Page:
Tamzin Griffin and Amanda Hadingue. (Photo: Alex Brenner)

There really is only one Character. We can find Janina’s digs at Testosterone Syndrome and Instant Coffee amusing, if hardly biting. And her depiction of pain is moving. But the rest of the very able cast have little chance to stretch out, being mostly restricted to posing to make tableaux for the Narrator. Their occasional in-character engagements with Janina – She of the Great Complexity – are narrowly clichéd. Village Thug, Corrupt Politician, Corrupt Policeman, Hypocritical Priest, Tyrannical Head Teacher, Kindly Medic, Abused Spouse, Eccentric Neighbour, Concerned Nephew. The villains are depicted as physically and personally unpleasant, and thus more deserving of their fate. 

So for me Drive… doesn’t really deliver. Too slight a craft to carry such a heavy cargo of metaphysical speculation. (Blake himself could do it in two lines.) Although the performances are compelling the text is not. Basically we are invited to empathise with a Protagonist who kills to avenge crimes against animals. But is not above casting suspicion on the creatures themselves. To frame them and invite punishment? Or invite humans to understand their pain? 

How do we make sense of everything? 

Perhaps not with astrology.

(But I would be interested to know how contemporary astrologers deal with Black Holes and Dark Matter.“Geminis especially should take extra care to avoid the A30 Honiton by-pass this weekend due to road works and an unseasonal confluence of Dark negativity…)

Sophie Steer and Amanda Hadingue; background: ensemble (Photo: Alex Brenner)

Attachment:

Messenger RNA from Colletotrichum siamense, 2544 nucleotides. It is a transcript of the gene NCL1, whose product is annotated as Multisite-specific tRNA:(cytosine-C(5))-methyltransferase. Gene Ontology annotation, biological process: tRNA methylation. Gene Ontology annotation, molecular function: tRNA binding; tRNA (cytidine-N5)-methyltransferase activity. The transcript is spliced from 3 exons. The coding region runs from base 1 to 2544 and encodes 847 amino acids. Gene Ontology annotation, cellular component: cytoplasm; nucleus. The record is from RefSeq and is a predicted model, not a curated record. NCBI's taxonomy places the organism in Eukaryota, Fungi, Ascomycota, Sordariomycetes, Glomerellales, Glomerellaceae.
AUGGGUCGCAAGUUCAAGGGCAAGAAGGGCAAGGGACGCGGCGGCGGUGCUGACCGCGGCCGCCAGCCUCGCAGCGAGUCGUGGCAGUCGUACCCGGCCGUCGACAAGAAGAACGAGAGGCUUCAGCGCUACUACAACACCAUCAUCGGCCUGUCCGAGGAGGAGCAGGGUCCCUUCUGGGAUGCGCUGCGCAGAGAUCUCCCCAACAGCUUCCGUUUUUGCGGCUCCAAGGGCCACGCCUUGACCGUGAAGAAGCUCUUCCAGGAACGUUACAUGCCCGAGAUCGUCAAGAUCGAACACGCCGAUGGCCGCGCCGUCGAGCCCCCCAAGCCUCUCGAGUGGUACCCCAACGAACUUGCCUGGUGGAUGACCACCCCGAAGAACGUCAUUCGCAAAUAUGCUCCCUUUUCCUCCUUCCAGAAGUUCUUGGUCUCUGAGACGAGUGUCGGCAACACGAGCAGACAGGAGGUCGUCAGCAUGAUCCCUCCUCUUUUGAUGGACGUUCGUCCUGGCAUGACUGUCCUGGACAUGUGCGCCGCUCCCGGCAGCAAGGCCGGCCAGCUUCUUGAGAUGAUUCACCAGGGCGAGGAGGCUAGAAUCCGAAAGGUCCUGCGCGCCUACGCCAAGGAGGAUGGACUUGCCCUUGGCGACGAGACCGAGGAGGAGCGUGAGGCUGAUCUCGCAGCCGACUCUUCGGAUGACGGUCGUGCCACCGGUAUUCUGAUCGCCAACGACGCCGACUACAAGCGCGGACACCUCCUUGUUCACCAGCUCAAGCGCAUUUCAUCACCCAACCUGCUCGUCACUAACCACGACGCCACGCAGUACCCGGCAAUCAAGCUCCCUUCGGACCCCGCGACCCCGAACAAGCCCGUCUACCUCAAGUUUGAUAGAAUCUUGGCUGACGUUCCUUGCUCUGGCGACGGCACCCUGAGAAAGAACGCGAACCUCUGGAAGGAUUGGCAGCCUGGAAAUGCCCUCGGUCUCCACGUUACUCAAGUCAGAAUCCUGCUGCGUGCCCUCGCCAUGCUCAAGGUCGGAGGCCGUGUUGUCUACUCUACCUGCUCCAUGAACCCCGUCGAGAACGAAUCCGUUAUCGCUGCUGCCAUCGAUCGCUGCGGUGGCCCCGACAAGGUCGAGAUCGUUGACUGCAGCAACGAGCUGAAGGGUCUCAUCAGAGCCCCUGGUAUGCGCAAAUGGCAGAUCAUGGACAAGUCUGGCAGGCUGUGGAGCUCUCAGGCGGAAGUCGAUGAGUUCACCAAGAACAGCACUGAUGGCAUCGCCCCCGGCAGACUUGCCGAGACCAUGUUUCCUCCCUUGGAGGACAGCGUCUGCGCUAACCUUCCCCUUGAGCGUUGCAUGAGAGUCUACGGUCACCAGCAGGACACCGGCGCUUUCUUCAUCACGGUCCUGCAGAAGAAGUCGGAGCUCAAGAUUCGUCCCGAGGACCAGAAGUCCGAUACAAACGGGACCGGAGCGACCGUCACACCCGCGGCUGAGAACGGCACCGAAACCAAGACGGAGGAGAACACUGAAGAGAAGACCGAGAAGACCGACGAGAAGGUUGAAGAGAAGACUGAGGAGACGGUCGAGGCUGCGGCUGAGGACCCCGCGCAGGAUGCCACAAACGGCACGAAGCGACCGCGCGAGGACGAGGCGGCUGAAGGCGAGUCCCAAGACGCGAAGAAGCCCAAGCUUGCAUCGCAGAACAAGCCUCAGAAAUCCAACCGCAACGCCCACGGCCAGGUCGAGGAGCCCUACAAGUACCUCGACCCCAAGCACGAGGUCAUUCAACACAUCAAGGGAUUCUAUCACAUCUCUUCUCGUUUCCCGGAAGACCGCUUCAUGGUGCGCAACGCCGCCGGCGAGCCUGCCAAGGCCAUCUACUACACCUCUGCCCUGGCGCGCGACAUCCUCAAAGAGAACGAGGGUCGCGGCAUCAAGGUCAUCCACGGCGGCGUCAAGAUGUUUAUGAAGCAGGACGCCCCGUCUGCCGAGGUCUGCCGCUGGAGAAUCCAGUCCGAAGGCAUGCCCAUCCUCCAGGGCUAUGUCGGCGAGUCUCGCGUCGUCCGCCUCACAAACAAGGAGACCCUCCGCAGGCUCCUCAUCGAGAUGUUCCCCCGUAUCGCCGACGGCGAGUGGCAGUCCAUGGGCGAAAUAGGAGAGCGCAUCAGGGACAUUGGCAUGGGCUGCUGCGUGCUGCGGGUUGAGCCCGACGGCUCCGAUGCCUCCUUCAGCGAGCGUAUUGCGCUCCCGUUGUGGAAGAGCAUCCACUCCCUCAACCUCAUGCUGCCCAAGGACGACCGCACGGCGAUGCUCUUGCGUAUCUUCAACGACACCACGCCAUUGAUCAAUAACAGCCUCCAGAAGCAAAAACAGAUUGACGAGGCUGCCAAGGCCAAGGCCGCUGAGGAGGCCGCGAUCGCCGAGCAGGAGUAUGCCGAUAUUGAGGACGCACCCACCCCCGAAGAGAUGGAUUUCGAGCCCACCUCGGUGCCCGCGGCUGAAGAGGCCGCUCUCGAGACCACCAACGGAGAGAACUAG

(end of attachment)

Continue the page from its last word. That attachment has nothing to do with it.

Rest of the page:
Production Notes

Drive Your Plow Over the Bones of the Dead

Created by Olga Tokarczuk

Translator Antonia Lloyd-Jones
Directed by Simon McBurney



Amanda Hadingue

Cesar Sarachu

Johannes Flaschberger

Kathryn Hunter

Sophie Steer

Thomas Arnold

Kiren Kebaili-Dwyer

Tim McMullan

Weronika Maria

Alexander Uzoka


Director: Simon McBurney

Designer: Rae Smith

Composer: Richard Skelton

Lighting Designer: Paule Constable

Sound Designer: Christopher Shutt

Video Designer: Dick Straker

Movement Director: Toby Sedgwick

Dramaturg: Laurence Cook, Sian Ejiwunmi-Le Berre


Running Time: Three hours  minutes with an interval

Closed at the Barbican on 1st April 2023 but touring 


Barbican Theatre

Barbican Centre

Silk Street

London EC2Y 8DS

Box Office:

020 7638 4141

Barbican Website:

Tube: Barbican or Moorgate

Touring Dates

Nottingham Playhouse

4 – 8 April

Tickets on sale here

Belgrade Theatre, Coventry

19 – 22 April

Tickets on sale here

The Lowry, Salford

25 – 29 April

Tickets on sale here

Ruhrfestspiele, Recklinghausen

3 – 6 May 

Tickets on sale here

Grand Theatre, Luxembourg

11 – 12 May

Tickets on sale here

10th Theatre Olympics, Budapest

16 – 17 May

Tickets on sale here

Wiener Festwochen, Vienna

22 – 26 May

Tickets on sale here

Holland Festival, Amsterdam

1 – 3 June 2023

Tickets on sale here

L’Odeon, Paris

7 – 17 June

Tickets on sale here


Reviewed by Brian Clover

at the Barbican Theatre on 1st April 2023